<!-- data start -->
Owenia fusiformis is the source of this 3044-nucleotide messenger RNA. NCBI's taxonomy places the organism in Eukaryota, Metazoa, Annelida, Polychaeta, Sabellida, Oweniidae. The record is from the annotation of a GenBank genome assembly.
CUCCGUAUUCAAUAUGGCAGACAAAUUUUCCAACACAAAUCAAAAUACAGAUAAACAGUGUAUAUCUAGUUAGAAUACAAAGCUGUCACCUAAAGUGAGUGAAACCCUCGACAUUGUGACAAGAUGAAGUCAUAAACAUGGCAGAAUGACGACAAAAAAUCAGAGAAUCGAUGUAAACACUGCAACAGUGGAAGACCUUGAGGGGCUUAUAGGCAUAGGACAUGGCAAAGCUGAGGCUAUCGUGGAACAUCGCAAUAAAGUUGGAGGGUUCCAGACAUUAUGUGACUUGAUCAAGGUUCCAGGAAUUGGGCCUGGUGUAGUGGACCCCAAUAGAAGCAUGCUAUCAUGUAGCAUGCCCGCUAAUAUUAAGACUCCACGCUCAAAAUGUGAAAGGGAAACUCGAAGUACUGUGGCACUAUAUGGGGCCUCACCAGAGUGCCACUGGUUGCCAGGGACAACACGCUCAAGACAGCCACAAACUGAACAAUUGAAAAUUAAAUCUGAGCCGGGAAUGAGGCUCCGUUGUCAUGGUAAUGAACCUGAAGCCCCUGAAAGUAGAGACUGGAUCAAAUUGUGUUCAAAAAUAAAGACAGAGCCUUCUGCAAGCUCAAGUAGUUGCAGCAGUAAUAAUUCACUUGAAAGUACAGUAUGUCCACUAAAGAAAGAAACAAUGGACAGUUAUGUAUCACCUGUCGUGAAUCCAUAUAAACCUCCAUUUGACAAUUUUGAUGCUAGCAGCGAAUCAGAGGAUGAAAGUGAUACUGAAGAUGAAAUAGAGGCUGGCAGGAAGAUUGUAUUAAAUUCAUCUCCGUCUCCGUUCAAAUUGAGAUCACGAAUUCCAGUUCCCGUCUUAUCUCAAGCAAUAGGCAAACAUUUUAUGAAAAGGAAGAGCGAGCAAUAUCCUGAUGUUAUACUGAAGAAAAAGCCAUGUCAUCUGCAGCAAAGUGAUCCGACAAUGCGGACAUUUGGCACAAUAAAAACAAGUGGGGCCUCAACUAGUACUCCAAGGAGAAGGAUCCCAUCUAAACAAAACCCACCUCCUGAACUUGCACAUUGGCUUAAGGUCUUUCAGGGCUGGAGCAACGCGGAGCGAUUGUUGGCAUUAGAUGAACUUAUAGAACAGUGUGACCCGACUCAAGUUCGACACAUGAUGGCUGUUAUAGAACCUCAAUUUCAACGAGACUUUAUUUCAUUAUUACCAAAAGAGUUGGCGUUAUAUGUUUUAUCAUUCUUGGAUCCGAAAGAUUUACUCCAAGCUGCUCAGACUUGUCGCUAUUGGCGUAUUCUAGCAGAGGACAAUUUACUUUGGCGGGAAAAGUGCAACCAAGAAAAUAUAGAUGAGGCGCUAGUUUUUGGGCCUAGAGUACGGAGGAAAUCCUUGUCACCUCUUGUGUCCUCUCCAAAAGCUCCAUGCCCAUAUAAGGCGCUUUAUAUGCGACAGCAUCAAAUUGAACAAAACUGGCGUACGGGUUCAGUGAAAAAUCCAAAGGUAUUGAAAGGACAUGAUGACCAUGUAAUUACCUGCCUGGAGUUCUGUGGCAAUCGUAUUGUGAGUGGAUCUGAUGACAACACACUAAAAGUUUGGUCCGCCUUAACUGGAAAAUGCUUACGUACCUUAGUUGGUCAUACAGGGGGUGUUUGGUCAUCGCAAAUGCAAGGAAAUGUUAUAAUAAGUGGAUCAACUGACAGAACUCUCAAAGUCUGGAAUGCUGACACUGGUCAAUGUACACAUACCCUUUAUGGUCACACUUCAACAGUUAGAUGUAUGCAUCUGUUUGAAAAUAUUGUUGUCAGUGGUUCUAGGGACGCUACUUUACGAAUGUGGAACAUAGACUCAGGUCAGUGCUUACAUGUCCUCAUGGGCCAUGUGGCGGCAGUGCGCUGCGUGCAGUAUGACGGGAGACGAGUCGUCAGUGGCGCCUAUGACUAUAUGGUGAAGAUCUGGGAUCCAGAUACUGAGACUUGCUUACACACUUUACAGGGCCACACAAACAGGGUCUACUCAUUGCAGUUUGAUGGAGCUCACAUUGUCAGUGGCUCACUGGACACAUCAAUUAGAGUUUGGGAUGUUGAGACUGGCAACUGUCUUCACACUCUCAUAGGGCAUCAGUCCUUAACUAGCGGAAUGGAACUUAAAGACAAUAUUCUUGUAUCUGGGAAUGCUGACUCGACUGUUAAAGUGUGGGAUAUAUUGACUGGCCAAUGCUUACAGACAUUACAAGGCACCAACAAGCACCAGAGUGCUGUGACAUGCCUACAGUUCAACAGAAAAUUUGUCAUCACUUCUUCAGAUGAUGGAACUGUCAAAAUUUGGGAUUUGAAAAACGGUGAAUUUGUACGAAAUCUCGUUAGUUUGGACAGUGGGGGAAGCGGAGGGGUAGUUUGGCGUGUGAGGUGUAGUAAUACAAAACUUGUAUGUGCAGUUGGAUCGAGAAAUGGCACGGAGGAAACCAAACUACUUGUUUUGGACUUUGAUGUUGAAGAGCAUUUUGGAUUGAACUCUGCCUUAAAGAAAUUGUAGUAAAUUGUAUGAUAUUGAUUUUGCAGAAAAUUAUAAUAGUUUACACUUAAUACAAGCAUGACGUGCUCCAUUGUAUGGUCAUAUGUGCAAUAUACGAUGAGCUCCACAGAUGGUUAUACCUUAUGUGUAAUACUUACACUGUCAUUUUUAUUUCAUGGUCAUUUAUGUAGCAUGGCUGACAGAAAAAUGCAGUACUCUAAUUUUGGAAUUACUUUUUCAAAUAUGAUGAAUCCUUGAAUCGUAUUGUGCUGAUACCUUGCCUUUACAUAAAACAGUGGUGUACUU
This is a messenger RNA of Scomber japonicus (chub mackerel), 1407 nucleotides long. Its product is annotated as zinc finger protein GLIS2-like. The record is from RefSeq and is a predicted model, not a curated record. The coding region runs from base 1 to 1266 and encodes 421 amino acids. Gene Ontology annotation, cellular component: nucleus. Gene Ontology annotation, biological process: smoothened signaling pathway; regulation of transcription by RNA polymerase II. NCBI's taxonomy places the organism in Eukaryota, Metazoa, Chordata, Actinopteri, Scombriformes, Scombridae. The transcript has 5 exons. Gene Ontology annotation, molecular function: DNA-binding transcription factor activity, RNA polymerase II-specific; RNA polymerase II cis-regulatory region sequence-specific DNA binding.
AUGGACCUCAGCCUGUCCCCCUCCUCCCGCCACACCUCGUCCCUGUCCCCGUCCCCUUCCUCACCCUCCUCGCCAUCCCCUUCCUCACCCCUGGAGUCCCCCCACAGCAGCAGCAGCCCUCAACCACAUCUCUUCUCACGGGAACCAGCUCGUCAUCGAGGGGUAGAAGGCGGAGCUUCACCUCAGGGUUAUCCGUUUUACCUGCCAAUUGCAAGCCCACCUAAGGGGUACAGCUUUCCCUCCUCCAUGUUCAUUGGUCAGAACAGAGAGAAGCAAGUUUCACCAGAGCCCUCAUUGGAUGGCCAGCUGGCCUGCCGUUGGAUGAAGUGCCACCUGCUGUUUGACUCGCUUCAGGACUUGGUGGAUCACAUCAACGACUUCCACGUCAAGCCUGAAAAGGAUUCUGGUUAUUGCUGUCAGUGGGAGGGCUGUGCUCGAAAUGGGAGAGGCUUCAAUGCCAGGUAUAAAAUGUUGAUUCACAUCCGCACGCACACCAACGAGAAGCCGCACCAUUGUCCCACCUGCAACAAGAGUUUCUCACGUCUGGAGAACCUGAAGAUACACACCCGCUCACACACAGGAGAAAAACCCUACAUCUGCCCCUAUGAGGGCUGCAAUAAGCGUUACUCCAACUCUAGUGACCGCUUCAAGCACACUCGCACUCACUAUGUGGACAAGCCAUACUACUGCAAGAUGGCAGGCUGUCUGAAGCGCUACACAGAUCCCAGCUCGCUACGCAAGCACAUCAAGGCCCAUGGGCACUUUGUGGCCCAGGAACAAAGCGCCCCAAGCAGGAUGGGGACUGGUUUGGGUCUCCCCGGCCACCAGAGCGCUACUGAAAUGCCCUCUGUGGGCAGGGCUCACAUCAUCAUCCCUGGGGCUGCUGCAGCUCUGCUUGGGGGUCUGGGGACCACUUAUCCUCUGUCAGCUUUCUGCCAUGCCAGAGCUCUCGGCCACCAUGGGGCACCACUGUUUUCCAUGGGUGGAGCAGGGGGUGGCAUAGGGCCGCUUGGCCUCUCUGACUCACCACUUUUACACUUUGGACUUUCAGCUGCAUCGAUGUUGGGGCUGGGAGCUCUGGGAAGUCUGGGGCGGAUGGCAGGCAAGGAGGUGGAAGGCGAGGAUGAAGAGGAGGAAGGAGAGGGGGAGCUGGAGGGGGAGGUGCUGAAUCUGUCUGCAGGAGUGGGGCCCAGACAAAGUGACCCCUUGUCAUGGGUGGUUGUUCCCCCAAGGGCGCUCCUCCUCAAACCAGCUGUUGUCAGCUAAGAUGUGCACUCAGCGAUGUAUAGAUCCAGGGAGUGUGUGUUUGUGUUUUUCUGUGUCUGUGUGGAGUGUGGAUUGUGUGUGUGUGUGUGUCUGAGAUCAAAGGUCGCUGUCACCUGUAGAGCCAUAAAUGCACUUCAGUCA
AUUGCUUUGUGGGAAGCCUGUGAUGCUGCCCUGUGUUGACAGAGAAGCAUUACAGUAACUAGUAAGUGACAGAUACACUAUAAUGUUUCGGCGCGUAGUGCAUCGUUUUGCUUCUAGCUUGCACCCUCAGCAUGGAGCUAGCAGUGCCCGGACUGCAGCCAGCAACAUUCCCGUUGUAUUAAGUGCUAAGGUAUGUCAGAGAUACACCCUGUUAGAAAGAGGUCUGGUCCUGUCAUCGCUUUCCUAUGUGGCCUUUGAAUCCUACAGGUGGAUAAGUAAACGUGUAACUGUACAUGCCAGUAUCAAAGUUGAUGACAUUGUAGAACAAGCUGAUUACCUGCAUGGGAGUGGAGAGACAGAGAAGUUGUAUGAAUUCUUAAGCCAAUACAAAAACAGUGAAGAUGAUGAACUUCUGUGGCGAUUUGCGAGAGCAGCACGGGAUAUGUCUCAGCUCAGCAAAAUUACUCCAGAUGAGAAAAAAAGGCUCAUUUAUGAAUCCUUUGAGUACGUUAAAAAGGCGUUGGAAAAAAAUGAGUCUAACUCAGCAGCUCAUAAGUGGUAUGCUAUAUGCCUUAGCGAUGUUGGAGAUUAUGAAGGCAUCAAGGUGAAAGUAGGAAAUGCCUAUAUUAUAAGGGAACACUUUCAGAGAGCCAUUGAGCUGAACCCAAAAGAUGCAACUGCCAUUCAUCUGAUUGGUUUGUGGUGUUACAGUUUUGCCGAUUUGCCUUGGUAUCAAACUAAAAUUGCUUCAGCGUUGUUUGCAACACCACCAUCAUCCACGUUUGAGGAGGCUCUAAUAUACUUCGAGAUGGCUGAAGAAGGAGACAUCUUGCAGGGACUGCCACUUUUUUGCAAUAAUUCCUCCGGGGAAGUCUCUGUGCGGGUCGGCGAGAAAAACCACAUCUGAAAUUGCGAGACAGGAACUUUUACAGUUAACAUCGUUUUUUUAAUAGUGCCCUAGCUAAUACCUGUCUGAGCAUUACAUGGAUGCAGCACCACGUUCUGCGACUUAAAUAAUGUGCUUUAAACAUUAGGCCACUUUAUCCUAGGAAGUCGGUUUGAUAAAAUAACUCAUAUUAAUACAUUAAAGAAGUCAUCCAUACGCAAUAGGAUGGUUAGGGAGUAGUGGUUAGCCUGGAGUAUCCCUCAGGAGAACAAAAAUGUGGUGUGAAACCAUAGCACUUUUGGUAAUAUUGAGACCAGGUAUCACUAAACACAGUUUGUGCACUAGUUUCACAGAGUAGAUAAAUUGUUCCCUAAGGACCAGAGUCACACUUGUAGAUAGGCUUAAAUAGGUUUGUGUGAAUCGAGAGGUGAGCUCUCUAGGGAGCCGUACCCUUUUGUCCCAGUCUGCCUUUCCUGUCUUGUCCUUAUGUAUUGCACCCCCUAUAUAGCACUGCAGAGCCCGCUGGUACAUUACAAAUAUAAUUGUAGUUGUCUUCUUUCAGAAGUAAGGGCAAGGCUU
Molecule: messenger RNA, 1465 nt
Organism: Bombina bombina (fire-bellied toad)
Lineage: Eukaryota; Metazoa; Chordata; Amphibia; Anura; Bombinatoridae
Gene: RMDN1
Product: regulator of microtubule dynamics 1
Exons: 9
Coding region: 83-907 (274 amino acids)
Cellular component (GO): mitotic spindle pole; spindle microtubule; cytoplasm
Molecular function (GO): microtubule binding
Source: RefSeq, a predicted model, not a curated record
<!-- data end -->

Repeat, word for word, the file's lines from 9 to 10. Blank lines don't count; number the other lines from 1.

Gene: RMDN1
Product: regulator of microtubule dynamics 1